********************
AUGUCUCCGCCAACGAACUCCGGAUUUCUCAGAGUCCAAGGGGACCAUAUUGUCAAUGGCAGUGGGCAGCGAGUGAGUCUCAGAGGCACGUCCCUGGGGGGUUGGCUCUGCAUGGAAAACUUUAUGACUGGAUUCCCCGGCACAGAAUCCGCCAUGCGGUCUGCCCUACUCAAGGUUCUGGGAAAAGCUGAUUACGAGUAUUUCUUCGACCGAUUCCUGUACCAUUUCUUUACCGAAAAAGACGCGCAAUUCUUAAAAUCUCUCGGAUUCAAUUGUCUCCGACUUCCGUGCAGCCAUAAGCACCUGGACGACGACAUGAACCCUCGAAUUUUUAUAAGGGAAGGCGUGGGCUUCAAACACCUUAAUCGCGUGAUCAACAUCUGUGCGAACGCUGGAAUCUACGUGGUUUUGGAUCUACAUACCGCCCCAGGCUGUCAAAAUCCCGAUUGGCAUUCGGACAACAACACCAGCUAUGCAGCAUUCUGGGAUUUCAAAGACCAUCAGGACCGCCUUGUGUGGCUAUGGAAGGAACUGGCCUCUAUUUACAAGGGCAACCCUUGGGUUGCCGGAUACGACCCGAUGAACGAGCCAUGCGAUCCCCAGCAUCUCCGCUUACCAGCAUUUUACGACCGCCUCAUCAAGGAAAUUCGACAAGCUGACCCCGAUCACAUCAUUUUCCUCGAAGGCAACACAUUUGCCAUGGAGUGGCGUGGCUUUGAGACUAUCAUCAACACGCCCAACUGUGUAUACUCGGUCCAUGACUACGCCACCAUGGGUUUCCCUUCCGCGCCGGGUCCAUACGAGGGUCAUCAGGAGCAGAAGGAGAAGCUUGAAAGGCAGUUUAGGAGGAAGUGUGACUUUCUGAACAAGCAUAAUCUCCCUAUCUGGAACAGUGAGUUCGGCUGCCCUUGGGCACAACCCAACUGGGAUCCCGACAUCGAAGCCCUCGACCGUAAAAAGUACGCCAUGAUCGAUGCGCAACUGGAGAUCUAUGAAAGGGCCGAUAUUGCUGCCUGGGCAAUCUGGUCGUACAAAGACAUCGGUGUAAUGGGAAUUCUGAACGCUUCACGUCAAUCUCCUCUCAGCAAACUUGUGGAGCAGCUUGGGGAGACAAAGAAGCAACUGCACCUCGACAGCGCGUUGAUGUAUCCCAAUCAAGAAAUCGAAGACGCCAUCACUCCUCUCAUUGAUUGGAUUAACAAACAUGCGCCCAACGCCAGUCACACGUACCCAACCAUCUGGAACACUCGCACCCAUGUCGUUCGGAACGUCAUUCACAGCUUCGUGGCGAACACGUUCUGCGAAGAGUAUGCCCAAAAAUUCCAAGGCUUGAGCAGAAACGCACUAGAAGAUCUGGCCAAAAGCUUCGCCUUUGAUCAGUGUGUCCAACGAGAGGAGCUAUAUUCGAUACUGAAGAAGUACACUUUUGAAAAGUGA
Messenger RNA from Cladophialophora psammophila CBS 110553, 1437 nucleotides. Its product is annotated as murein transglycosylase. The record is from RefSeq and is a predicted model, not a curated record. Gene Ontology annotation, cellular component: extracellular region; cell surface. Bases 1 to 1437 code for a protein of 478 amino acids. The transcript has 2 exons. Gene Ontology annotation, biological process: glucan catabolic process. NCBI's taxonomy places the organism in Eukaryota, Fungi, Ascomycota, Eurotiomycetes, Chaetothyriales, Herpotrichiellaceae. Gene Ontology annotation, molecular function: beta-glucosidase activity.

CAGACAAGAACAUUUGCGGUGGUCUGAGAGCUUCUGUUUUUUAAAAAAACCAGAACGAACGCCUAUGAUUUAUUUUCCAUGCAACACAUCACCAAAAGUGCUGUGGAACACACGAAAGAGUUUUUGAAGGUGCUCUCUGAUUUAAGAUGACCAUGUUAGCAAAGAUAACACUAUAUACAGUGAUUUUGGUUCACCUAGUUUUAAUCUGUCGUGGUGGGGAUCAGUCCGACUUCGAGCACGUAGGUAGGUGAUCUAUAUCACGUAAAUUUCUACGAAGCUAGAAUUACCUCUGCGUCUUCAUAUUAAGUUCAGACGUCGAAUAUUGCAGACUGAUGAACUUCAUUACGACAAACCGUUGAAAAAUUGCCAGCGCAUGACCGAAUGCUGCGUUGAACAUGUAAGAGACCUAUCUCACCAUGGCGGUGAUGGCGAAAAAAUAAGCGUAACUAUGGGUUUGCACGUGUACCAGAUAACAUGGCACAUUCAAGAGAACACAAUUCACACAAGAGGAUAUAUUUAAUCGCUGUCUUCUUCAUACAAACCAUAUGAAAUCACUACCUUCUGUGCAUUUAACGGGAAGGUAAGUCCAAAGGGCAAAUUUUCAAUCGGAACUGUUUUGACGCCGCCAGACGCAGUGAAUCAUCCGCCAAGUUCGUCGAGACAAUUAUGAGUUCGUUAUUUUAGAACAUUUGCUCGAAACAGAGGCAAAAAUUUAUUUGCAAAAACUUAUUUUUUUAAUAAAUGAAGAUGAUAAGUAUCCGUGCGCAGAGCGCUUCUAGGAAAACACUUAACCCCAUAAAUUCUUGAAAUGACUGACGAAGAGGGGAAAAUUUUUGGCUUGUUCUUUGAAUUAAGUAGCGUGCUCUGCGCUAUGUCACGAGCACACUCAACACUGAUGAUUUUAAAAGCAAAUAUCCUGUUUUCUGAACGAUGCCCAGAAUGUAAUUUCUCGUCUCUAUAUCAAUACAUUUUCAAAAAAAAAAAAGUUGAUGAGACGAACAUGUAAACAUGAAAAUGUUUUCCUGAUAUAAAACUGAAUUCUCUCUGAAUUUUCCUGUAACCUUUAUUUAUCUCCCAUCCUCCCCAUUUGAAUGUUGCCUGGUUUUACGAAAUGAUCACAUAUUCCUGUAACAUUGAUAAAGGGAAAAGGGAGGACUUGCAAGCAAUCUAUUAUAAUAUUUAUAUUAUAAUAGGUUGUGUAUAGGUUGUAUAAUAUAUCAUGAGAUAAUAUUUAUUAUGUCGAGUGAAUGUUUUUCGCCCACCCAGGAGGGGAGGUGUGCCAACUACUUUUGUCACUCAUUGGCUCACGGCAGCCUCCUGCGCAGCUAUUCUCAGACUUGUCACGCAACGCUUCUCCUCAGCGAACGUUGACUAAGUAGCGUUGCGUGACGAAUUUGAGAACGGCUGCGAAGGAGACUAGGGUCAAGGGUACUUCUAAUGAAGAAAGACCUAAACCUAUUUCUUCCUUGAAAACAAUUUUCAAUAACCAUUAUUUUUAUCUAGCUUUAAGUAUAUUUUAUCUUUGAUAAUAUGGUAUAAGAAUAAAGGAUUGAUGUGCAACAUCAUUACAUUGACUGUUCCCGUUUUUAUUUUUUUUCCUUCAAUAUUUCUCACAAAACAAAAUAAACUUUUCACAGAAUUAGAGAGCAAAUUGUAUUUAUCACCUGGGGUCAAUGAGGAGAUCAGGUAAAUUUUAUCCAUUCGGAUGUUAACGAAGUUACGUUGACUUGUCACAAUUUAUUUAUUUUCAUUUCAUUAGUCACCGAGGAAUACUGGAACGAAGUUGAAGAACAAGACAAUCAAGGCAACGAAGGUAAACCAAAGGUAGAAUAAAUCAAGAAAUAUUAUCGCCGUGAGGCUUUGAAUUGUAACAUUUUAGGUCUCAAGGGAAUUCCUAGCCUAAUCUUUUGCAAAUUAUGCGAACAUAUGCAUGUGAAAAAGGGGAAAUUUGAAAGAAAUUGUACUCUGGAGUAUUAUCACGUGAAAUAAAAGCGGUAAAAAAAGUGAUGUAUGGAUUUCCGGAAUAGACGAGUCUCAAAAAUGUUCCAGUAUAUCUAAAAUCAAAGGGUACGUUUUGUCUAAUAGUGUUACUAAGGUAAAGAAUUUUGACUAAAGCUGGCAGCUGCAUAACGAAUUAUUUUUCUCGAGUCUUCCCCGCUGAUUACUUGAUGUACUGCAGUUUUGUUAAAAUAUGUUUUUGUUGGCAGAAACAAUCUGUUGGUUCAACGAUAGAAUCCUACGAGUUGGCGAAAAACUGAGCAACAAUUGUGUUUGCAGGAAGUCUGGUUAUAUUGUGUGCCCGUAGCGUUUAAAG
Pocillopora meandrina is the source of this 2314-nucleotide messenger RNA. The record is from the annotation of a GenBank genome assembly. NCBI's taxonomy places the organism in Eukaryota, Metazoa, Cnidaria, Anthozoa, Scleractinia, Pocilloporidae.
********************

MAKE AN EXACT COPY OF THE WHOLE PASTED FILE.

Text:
AUGUCUCCGCCAACGAACUCCGGAUUUCUCAGAGUCCAAGGGGACCAUAUUGUCAAUGGCAGUGGGCAGCGAGUGAGUCUCAGAGGCACGUCCCUGGGGGGUUGGCUCUGCAUGGAAAACUUUAUGACUGGAUUCCCCGGCACAGAAUCCGCCAUGCGGUCUGCCCUACUCAAGGUUCUGGGAAAAGCUGAUUACGAGUAUUUCUUCGACCGAUUCCUGUACCAUUUCUUUACCGAAAAAGACGCGCAAUUCUUAAAAUCUCUCGGAUUCAAUUGUCUCCGACUUCCGUGCAGCCAUAAGCACCUGGACGACGACAUGAACCCUCGAAUUUUUAUAAGGGAAGGCGUGGGCUUCAAACACCUUAAUCGCGUGAUCAACAUCUGUGCGAACGCUGGAAUCUACGUGGUUUUGGAUCUACAUACCGCCCCAGGCUGUCAAAAUCCCGAUUGGCAUUCGGACAACAACACCAGCUAUGCAGCAUUCUGGGAUUUCAAAGACCAUCAGGACCGCCUUGUGUGGCUAUGGAAGGAACUGGCCUCUAUUUACAAGGGCAACCCUUGGGUUGCCGGAUACGACCCGAUGAACGAGCCAUGCGAUCCCCAGCAUCUCCGCUUACCAGCAUUUUACGACCGCCUCAUCAAGGAAAUUCGACAAGCUGACCCCGAUCACAUCAUUUUCCUCGAAGGCAACACAUUUGCCAUGGAGUGGCGUGGCUUUGAGACUAUCAUCAACACGCCCAACUGUGUAUACUCGGUCCAUGACUACGCCACCAUGGGUUUCCCUUCCGCGCCGGGUCCAUACGAGGGUCAUCAGGAGCAGAAGGAGAAGCUUGAAAGGCAGUUUAGGAGGAAGUGUGACUUUCUGAACAAGCAUAAUCUCCCUAUCUGGAACAGUGAGUUCGGCUGCCCUUGGGCACAACCCAACUGGGAUCCCGACAUCGAAGCCCUCGACCGUAAAAAGUACGCCAUGAUCGAUGCGCAACUGGAGAUCUAUGAAAGGGCCGAUAUUGCUGCCUGGGCAAUCUGGUCGUACAAAGACAUCGGUGUAAUGGGAAUUCUGAACGCUUCACGUCAAUCUCCUCUCAGCAAACUUGUGGAGCAGCUUGGGGAGACAAAGAAGCAACUGCACCUCGACAGCGCGUUGAUGUAUCCCAAUCAAGAAAUCGAAGACGCCAUCACUCCUCUCAUUGAUUGGAUUAACAAACAUGCGCCCAACGCCAGUCACACGUACCCAACCAUCUGGAACACUCGCACCCAUGUCGUUCGGAACGUCAUUCACAGCUUCGUGGCGAACACGUUCUGCGAAGAGUAUGCCCAAAAAUUCCAAGGCUUGAGCAGAAACGCACUAGAAGAUCUGGCCAAAAGCUUCGCCUUUGAUCAGUGUGUCCAACGAGAGGAGCUAUAUUCGAUACUGAAGAAGUACACUUUUGAAAAGUGA
Messenger RNA from Cladophialophora psammophila CBS 110553, 1437 nucleotides. Its product is annotated as murein transglycosylase. The record is from RefSeq and is a predicted model, not a curated record. Gene Ontology annotation, cellular component: extracellular region; cell surface. Bases 1 to 1437 code for a protein of 478 amino acids. The transcript has 2 exons. Gene Ontology annotation, biological process: glucan catabolic process. NCBI's taxonomy places the organism in Eukaryota, Fungi, Ascomycota, Eurotiomycetes, Chaetothyriales, Herpotrichiellaceae. Gene Ontology annotation, molecular function: beta-glucosidase activity.

CAGACAAGAACAUUUGCGGUGGUCUGAGAGCUUCUGUUUUUUAAAAAAACCAGAACGAACGCCUAUGAUUUAUUUUCCAUGCAACACAUCACCAAAAGUGCUGUGGAACACACGAAAGAGUUUUUGAAGGUGCUCUCUGAUUUAAGAUGACCAUGUUAGCAAAGAUAACACUAUAUACAGUGAUUUUGGUUCACCUAGUUUUAAUCUGUCGUGGUGGGGAUCAGUCCGACUUCGAGCACGUAGGUAGGUGAUCUAUAUCACGUAAAUUUCUACGAAGCUAGAAUUACCUCUGCGUCUUCAUAUUAAGUUCAGACGUCGAAUAUUGCAGACUGAUGAACUUCAUUACGACAAACCGUUGAAAAAUUGCCAGCGCAUGACCGAAUGCUGCGUUGAACAUGUAAGAGACCUAUCUCACCAUGGCGGUGAUGGCGAAAAAAUAAGCGUAACUAUGGGUUUGCACGUGUACCAGAUAACAUGGCACAUUCAAGAGAACACAAUUCACACAAGAGGAUAUAUUUAAUCGCUGUCUUCUUCAUACAAACCAUAUGAAAUCACUACCUUCUGUGCAUUUAACGGGAAGGUAAGUCCAAAGGGCAAAUUUUCAAUCGGAACUGUUUUGACGCCGCCAGACGCAGUGAAUCAUCCGCCAAGUUCGUCGAGACAAUUAUGAGUUCGUUAUUUUAGAACAUUUGCUCGAAACAGAGGCAAAAAUUUAUUUGCAAAAACUUAUUUUUUUAAUAAAUGAAGAUGAUAAGUAUCCGUGCGCAGAGCGCUUCUAGGAAAACACUUAACCCCAUAAAUUCUUGAAAUGACUGACGAAGAGGGGAAAAUUUUUGGCUUGUUCUUUGAAUUAAGUAGCGUGCUCUGCGCUAUGUCACGAGCACACUCAACACUGAUGAUUUUAAAAGCAAAUAUCCUGUUUUCUGAACGAUGCCCAGAAUGUAAUUUCUCGUCUCUAUAUCAAUACAUUUUCAAAAAAAAAAAAGUUGAUGAGACGAACAUGUAAACAUGAAAAUGUUUUCCUGAUAUAAAACUGAAUUCUCUCUGAAUUUUCCUGUAACCUUUAUUUAUCUCCCAUCCUCCCCAUUUGAAUGUUGCCUGGUUUUACGAAAUGAUCACAUAUUCCUGUAACAUUGAUAAAGGGAAAAGGGAGGACUUGCAAGCAAUCUAUUAUAAUAUUUAUAUUAUAAUAGGUUGUGUAUAGGUUGUAUAAUAUAUCAUGAGAUAAUAUUUAUUAUGUCGAGUGAAUGUUUUUCGCCCACCCAGGAGGGGAGGUGUGCCAACUACUUUUGUCACUCAUUGGCUCACGGCAGCCUCCUGCGCAGCUAUUCUCAGACUUGUCACGCAACGCUUCUCCUCAGCGAACGUUGACUAAGUAGCGUUGCGUGACGAAUUUGAGAACGGCUGCGAAGGAGACUAGGGUCAAGGGUACUUCUAAUGAAGAAAGACCUAAACCUAUUUCUUCCUUGAAAACAAUUUUCAAUAACCAUUAUUUUUAUCUAGCUUUAAGUAUAUUUUAUCUUUGAUAAUAUGGUAUAAGAAUAAAGGAUUGAUGUGCAACAUCAUUACAUUGACUGUUCCCGUUUUUAUUUUUUUUCCUUCAAUAUUUCUCACAAAACAAAAUAAACUUUUCACAGAAUUAGAGAGCAAAUUGUAUUUAUCACCUGGGGUCAAUGAGGAGAUCAGGUAAAUUUUAUCCAUUCGGAUGUUAACGAAGUUACGUUGACUUGUCACAAUUUAUUUAUUUUCAUUUCAUUAGUCACCGAGGAAUACUGGAACGAAGUUGAAGAACAAGACAAUCAAGGCAACGAAGGUAAACCAAAGGUAGAAUAAAUCAAGAAAUAUUAUCGCCGUGAGGCUUUGAAUUGUAACAUUUUAGGUCUCAAGGGAAUUCCUAGCCUAAUCUUUUGCAAAUUAUGCGAACAUAUGCAUGUGAAAAAGGGGAAAUUUGAAAGAAAUUGUACUCUGGAGUAUUAUCACGUGAAAUAAAAGCGGUAAAAAAAGUGAUGUAUGGAUUUCCGGAAUAGACGAGUCUCAAAAAUGUUCCAGUAUAUCUAAAAUCAAAGGGUACGUUUUGUCUAAUAGUGUUACUAAGGUAAAGAAUUUUGACUAAAGCUGGCAGCUGCAUAACGAAUUAUUUUUCUCGAGUCUUCCCCGCUGAUUACUUGAUGUACUGCAGUUUUGUUAAAAUAUGUUUUUGUUGGCAGAAACAAUCUGUUGGUUCAACGAUAGAAUCCUACGAGUUGGCGAAAAACUGAGCAACAAUUGUGUUUGCAGGAAGUCUGGUUAUAUUGUGUGCCCGUAGCGUUUAAAG
Pocillopora meandrina is the source of this 2314-nucleotide messenger RNA. The record is from the annotation of a GenBank genome assembly. NCBI's taxonomy places the organism in Eukaryota, Metazoa, Cnidaria, Anthozoa, Scleractinia, Pocilloporidae.